Games: ‘Street Fighter IV’ recaptures spirit of the original
Updating the classics can be tricky.
Lackluster sequels fill bargain bins around the world. However, some sequels take a good idea, tweak it and deliver gold. Luckily for fighting fans, "Street Fighter IV" falls into the latter category.
The new T-rated fighting game from Capcom keeps the game play and controls simple, while adding a few new moves and plenty of eye candy.
Fans of the popular "Street Fighter II" from the early 1990s will be happy to get reacquainted with lone wolf Ryu, agile Chun-Li, rubber-armed Dhalsim and others. But I’m sure they’ll also enjoy the new faces, such as masked wrestler El Fuerte and the really, really big Rufus.
Anyone familiar with the "Street Fighters" of yore should find the basic controls very familiar. And beginners should find them easy to learn.
Learning the controls is vital because simple button-mashing isn’t likely to launch many super combos or revenge-based ultra combos — which can be unleashed only after you’ve absorbed a bit of punishment from your foe. Although these moves are easy to activate, each character requires a different wiggle of the D-pad and press of a button. Luckily, these are outlined in the instructions and an on-screen control map.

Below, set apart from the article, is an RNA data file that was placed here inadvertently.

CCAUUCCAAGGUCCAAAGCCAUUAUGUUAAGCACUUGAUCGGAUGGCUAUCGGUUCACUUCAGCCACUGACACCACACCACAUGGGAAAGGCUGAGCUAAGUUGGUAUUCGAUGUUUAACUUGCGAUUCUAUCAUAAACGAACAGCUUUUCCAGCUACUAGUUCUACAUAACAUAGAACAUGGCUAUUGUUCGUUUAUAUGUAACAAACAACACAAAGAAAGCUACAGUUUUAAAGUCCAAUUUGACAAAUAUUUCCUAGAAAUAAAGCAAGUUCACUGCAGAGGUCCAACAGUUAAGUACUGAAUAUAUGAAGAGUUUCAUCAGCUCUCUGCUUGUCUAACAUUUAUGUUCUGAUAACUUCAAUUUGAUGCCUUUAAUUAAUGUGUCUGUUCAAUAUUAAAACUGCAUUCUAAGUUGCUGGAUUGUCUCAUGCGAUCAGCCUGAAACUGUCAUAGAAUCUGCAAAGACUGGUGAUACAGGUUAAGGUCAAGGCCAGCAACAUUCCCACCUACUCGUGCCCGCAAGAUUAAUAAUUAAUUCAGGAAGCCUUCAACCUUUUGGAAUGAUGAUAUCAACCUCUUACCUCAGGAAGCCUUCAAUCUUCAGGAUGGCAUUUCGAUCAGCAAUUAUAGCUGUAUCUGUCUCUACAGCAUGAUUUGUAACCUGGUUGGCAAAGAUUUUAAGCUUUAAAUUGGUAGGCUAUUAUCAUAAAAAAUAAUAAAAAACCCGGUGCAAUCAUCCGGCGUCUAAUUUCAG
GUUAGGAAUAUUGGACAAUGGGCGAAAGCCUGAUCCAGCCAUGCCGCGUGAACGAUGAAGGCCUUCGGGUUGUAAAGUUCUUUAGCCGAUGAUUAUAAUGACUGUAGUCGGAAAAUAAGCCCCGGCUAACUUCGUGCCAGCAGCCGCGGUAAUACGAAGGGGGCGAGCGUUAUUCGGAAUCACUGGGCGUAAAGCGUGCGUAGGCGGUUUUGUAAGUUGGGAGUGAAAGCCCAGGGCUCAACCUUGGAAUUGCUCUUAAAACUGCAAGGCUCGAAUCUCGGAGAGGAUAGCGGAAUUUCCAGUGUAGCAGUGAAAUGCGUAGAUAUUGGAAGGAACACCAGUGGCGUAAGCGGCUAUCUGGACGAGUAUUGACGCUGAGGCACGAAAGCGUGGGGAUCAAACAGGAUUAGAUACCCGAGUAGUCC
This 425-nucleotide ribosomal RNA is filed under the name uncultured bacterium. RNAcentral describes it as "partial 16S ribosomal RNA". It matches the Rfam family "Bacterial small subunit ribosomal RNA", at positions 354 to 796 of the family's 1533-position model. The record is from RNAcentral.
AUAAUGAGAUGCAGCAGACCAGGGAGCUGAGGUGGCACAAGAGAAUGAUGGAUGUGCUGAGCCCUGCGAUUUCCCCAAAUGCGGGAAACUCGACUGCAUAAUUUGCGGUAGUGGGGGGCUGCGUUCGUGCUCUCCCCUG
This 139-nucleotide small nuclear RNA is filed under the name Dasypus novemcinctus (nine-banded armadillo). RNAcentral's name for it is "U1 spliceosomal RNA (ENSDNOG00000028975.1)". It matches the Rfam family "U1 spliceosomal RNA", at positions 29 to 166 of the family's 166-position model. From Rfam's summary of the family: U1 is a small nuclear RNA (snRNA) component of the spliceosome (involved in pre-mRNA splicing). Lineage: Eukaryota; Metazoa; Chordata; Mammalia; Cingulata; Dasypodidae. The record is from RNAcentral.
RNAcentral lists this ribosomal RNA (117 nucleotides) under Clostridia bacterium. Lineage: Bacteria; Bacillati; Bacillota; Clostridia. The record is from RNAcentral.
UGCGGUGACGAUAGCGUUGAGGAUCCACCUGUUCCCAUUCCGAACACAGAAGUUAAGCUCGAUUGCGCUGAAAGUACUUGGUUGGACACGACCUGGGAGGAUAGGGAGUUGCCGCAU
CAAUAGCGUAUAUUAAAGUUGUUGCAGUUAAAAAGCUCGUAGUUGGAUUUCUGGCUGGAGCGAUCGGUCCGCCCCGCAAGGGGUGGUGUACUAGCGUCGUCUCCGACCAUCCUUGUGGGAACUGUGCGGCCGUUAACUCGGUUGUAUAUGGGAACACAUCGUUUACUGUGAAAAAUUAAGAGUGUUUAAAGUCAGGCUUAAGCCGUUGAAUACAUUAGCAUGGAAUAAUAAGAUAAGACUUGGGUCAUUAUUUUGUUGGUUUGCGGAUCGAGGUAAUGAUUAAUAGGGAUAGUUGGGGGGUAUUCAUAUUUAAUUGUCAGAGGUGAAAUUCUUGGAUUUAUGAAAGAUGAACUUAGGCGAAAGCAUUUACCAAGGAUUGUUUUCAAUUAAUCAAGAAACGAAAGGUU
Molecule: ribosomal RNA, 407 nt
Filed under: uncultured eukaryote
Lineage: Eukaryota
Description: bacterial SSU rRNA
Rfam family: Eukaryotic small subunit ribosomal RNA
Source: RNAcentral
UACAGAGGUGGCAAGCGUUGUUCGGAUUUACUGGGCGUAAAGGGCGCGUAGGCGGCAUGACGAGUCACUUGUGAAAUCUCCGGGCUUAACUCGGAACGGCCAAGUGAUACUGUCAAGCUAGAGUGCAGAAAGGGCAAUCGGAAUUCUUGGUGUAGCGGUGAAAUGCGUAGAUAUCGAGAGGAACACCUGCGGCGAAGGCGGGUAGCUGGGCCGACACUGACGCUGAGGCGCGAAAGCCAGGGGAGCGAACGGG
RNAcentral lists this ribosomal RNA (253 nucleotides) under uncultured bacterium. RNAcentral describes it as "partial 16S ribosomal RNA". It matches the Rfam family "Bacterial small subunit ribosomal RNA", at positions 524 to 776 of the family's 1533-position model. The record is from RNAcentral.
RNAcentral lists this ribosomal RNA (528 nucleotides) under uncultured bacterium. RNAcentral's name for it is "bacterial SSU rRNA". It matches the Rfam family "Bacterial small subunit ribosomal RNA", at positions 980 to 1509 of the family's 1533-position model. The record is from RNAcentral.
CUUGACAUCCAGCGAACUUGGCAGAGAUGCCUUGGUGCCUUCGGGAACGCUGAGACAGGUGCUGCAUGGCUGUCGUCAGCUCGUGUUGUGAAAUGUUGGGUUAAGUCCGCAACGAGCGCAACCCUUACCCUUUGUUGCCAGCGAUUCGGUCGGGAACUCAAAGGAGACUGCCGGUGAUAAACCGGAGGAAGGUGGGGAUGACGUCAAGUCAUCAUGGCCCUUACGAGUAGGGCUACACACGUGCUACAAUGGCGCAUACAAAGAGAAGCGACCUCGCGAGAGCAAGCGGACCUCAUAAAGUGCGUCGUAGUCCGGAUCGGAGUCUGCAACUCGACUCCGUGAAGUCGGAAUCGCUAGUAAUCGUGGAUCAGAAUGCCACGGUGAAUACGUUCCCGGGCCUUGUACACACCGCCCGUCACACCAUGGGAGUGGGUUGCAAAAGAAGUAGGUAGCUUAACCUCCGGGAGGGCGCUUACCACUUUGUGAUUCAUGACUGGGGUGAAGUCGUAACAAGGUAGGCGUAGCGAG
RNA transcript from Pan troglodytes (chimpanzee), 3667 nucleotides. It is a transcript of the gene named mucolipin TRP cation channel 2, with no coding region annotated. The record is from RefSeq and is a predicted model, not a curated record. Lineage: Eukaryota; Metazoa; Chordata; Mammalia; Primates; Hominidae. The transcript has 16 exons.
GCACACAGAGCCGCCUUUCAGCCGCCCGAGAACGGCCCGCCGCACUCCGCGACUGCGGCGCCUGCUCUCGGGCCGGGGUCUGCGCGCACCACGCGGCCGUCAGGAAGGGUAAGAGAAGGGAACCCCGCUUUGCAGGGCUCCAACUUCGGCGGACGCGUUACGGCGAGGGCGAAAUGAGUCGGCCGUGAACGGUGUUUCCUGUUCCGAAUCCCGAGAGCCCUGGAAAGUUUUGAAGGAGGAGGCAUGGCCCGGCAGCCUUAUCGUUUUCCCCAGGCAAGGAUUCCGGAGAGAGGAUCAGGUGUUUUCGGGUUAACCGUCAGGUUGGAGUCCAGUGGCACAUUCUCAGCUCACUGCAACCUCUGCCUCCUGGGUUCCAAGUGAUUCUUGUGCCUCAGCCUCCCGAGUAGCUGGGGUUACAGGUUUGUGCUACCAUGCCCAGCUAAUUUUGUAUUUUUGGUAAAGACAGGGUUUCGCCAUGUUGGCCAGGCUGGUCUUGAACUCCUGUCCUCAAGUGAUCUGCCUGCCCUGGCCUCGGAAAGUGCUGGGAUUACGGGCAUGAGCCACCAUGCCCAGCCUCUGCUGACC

The only real trick involves developing a sense of timing. And that’s easier to learn in "Street Fighter" than in some other games because you don’t have to wait for cinematics to run after you issue your command. You hit the button and BAM, you plant a foot in your opponent’s face.
The fighters still punch, kick, block, dodge and flip in a 2-D format, which helps keep the game simple and satisfying. However, the action unfolds in lush 3-D graphics.
The character renders and animations are excellent. My personal favorite is Rufus, whose blubber undulates as he hefts his immense bulk back and forth, up and down in a gravity-defying display of power. It’s weirdly awesome.
Rufus is just one clue that this game doesn’t take itself too seriously. Another is the sounds, which definitely lean toward retro.
The game offers a story-based arcade mode, head-to-head matches online and offline and a practice mode.
Battling a computer-controlled opponent can get very frustrating unless you’ve mastered the moves, or knocked the difficulty down to lowest levels. However, head-to-head competition is tremendously fun for players of comparable abilities.
"Street Fighter IV" doesn’t get too fancy. It’s simple, solid and fun.
Platforms: Xbox 360 (tested), PlayStation 3
On the Web: www.streetfighter.com